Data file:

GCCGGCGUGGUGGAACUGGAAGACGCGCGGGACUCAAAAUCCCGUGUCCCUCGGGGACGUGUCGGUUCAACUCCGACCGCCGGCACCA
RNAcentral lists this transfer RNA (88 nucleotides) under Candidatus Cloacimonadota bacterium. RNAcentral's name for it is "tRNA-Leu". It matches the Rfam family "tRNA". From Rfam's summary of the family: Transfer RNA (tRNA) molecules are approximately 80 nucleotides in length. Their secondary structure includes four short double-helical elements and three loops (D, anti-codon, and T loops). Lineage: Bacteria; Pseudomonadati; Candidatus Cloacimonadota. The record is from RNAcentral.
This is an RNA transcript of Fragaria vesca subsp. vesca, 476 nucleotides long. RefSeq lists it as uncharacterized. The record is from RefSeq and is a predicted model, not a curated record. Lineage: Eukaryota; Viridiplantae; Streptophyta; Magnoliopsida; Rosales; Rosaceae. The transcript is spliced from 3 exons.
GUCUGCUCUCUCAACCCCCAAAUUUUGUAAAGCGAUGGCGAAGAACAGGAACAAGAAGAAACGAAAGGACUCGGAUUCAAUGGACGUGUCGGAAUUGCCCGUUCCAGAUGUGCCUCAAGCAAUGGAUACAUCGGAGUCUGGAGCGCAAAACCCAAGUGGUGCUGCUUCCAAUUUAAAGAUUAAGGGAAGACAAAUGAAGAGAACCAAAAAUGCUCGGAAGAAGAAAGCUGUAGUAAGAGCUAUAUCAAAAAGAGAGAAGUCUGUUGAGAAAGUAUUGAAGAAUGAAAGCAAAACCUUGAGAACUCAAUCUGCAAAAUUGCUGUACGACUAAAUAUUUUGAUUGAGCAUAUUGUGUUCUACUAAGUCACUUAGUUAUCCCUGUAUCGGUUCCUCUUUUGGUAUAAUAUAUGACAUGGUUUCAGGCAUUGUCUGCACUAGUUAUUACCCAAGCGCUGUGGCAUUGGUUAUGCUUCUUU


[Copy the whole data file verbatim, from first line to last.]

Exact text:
GCCGGCGUGGUGGAACUGGAAGACGCGCGGGACUCAAAAUCCCGUGUCCCUCGGGGACGUGUCGGUUCAACUCCGACCGCCGGCACCA
RNAcentral lists this transfer RNA (88 nucleotides) under Candidatus Cloacimonadota bacterium. RNAcentral's name for it is "tRNA-Leu". It matches the Rfam family "tRNA". From Rfam's summary of the family: Transfer RNA (tRNA) molecules are approximately 80 nucleotides in length. Their secondary structure includes four short double-helical elements and three loops (D, anti-codon, and T loops). Lineage: Bacteria; Pseudomonadati; Candidatus Cloacimonadota. The record is from RNAcentral.
This is an RNA transcript of Fragaria vesca subsp. vesca, 476 nucleotides long. RefSeq lists it as uncharacterized. The record is from RefSeq and is a predicted model, not a curated record. Lineage: Eukaryota; Viridiplantae; Streptophyta; Magnoliopsida; Rosales; Rosaceae. The transcript is spliced from 3 exons.
GUCUGCUCUCUCAACCCCCAAAUUUUGUAAAGCGAUGGCGAAGAACAGGAACAAGAAGAAACGAAAGGACUCGGAUUCAAUGGACGUGUCGGAAUUGCCCGUUCCAGAUGUGCCUCAAGCAAUGGAUACAUCGGAGUCUGGAGCGCAAAACCCAAGUGGUGCUGCUUCCAAUUUAAAGAUUAAGGGAAGACAAAUGAAGAGAACCAAAAAUGCUCGGAAGAAGAAAGCUGUAGUAAGAGCUAUAUCAAAAAGAGAGAAGUCUGUUGAGAAAGUAUUGAAGAAUGAAAGCAAAACCUUGAGAACUCAAUCUGCAAAAUUGCUGUACGACUAAAUAUUUUGAUUGAGCAUAUUGUGUUCUACUAAGUCACUUAGUUAUCCCUGUAUCGGUUCCUCUUUUGGUAUAAUAUAUGACAUGGUUUCAGGCAUUGUCUGCACUAGUUAUUACCCAAGCGCUGUGGCAUUGGUUAUGCUUCUUU